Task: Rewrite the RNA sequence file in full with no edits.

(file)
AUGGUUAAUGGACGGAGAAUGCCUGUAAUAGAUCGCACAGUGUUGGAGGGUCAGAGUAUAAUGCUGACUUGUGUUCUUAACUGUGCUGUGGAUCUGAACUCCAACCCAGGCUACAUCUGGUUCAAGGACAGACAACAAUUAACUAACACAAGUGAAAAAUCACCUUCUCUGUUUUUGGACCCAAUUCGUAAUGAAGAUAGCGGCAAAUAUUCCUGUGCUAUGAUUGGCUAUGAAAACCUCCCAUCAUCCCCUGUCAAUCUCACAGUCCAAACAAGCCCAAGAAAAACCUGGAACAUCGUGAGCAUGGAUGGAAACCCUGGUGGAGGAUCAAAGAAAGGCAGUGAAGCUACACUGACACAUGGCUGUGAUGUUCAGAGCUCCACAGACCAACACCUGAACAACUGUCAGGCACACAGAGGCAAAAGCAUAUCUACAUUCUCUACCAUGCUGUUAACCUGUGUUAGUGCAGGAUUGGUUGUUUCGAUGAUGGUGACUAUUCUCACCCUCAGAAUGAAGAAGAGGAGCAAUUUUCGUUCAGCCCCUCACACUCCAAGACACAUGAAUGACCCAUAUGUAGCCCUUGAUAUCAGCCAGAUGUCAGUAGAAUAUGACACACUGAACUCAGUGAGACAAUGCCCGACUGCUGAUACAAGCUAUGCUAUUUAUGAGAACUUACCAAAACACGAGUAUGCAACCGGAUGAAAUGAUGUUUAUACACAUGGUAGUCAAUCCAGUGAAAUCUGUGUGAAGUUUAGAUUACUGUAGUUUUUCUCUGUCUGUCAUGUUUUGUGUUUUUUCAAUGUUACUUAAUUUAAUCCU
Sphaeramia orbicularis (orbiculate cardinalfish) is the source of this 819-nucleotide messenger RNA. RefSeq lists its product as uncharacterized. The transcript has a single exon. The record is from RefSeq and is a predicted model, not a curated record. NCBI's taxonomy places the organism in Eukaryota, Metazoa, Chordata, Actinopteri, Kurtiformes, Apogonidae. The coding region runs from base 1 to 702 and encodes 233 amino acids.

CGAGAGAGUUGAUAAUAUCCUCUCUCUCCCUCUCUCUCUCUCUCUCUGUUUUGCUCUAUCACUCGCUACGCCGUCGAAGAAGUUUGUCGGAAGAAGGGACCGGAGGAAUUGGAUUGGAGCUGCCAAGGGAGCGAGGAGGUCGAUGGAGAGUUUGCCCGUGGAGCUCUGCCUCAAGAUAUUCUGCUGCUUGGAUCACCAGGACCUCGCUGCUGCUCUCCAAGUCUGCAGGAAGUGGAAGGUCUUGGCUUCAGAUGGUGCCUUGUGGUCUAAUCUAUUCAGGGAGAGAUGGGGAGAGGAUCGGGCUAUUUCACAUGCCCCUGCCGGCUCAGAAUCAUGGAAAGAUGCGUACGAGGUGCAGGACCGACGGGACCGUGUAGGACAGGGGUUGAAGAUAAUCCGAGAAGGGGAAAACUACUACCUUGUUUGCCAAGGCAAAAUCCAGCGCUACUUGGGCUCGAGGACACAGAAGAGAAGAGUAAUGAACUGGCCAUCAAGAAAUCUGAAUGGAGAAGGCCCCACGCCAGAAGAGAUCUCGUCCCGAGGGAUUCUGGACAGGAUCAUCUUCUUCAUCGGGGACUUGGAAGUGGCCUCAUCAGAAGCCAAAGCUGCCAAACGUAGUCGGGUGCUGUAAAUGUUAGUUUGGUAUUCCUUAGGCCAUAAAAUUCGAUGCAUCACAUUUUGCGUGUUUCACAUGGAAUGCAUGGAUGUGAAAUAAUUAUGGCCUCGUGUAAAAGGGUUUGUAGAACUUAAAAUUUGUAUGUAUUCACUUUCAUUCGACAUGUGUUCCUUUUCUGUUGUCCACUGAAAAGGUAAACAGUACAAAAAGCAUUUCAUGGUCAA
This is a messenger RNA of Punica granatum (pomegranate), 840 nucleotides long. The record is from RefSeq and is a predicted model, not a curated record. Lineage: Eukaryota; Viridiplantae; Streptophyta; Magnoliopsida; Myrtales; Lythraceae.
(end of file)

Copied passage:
AUGGUUAAUGGACGGAGAAUGCCUGUAAUAGAUCGCACAGUGUUGGAGGGUCAGAGUAUAAUGCUGACUUGUGUUCUUAACUGUGCUGUGGAUCUGAACUCCAACCCAGGCUACAUCUGGUUCAAGGACAGACAACAAUUAACUAACACAAGUGAAAAAUCACCUUCUCUGUUUUUGGACCCAAUUCGUAAUGAAGAUAGCGGCAAAUAUUCCUGUGCUAUGAUUGGCUAUGAAAACCUCCCAUCAUCCCCUGUCAAUCUCACAGUCCAAACAAGCCCAAGAAAAACCUGGAACAUCGUGAGCAUGGAUGGAAACCCUGGUGGAGGAUCAAAGAAAGGCAGUGAAGCUACACUGACACAUGGCUGUGAUGUUCAGAGCUCCACAGACCAACACCUGAACAACUGUCAGGCACACAGAGGCAAAAGCAUAUCUACAUUCUCUACCAUGCUGUUAACCUGUGUUAGUGCAGGAUUGGUUGUUUCGAUGAUGGUGACUAUUCUCACCCUCAGAAUGAAGAAGAGGAGCAAUUUUCGUUCAGCCCCUCACACUCCAAGACACAUGAAUGACCCAUAUGUAGCCCUUGAUAUCAGCCAGAUGUCAGUAGAAUAUGACACACUGAACUCAGUGAGACAAUGCCCGACUGCUGAUACAAGCUAUGCUAUUUAUGAGAACUUACCAAAACACGAGUAUGCAACCGGAUGAAAUGAUGUUUAUACACAUGGUAGUCAAUCCAGUGAAAUCUGUGUGAAGUUUAGAUUACUGUAGUUUUUCUCUGUCUGUCAUGUUUUGUGUUUUUUCAAUGUUACUUAAUUUAAUCCU
Sphaeramia orbicularis (orbiculate cardinalfish) is the source of this 819-nucleotide messenger RNA. RefSeq lists its product as uncharacterized. The transcript has a single exon. The record is from RefSeq and is a predicted model, not a curated record. NCBI's taxonomy places the organism in Eukaryota, Metazoa, Chordata, Actinopteri, Kurtiformes, Apogonidae. The coding region runs from base 1 to 702 and encodes 233 amino acids.

CGAGAGAGUUGAUAAUAUCCUCUCUCUCCCUCUCUCUCUCUCUCUCUGUUUUGCUCUAUCACUCGCUACGCCGUCGAAGAAGUUUGUCGGAAGAAGGGACCGGAGGAAUUGGAUUGGAGCUGCCAAGGGAGCGAGGAGGUCGAUGGAGAGUUUGCCCGUGGAGCUCUGCCUCAAGAUAUUCUGCUGCUUGGAUCACCAGGACCUCGCUGCUGCUCUCCAAGUCUGCAGGAAGUGGAAGGUCUUGGCUUCAGAUGGUGCCUUGUGGUCUAAUCUAUUCAGGGAGAGAUGGGGAGAGGAUCGGGCUAUUUCACAUGCCCCUGCCGGCUCAGAAUCAUGGAAAGAUGCGUACGAGGUGCAGGACCGACGGGACCGUGUAGGACAGGGGUUGAAGAUAAUCCGAGAAGGGGAAAACUACUACCUUGUUUGCCAAGGCAAAAUCCAGCGCUACUUGGGCUCGAGGACACAGAAGAGAAGAGUAAUGAACUGGCCAUCAAGAAAUCUGAAUGGAGAAGGCCCCACGCCAGAAGAGAUCUCGUCCCGAGGGAUUCUGGACAGGAUCAUCUUCUUCAUCGGGGACUUGGAAGUGGCCUCAUCAGAAGCCAAAGCUGCCAAACGUAGUCGGGUGCUGUAAAUGUUAGUUUGGUAUUCCUUAGGCCAUAAAAUUCGAUGCAUCACAUUUUGCGUGUUUCACAUGGAAUGCAUGGAUGUGAAAUAAUUAUGGCCUCGUGUAAAAGGGUUUGUAGAACUUAAAAUUUGUAUGUAUUCACUUUCAUUCGACAUGUGUUCCUUUUCUGUUGUCCACUGAAAAGGUAAACAGUACAAAAAGCAUUUCAUGGUCAA
This is a messenger RNA of Punica granatum (pomegranate), 840 nucleotides long. The record is from RefSeq and is a predicted model, not a curated record. Lineage: Eukaryota; Viridiplantae; Streptophyta; Magnoliopsida; Myrtales; Lythraceae.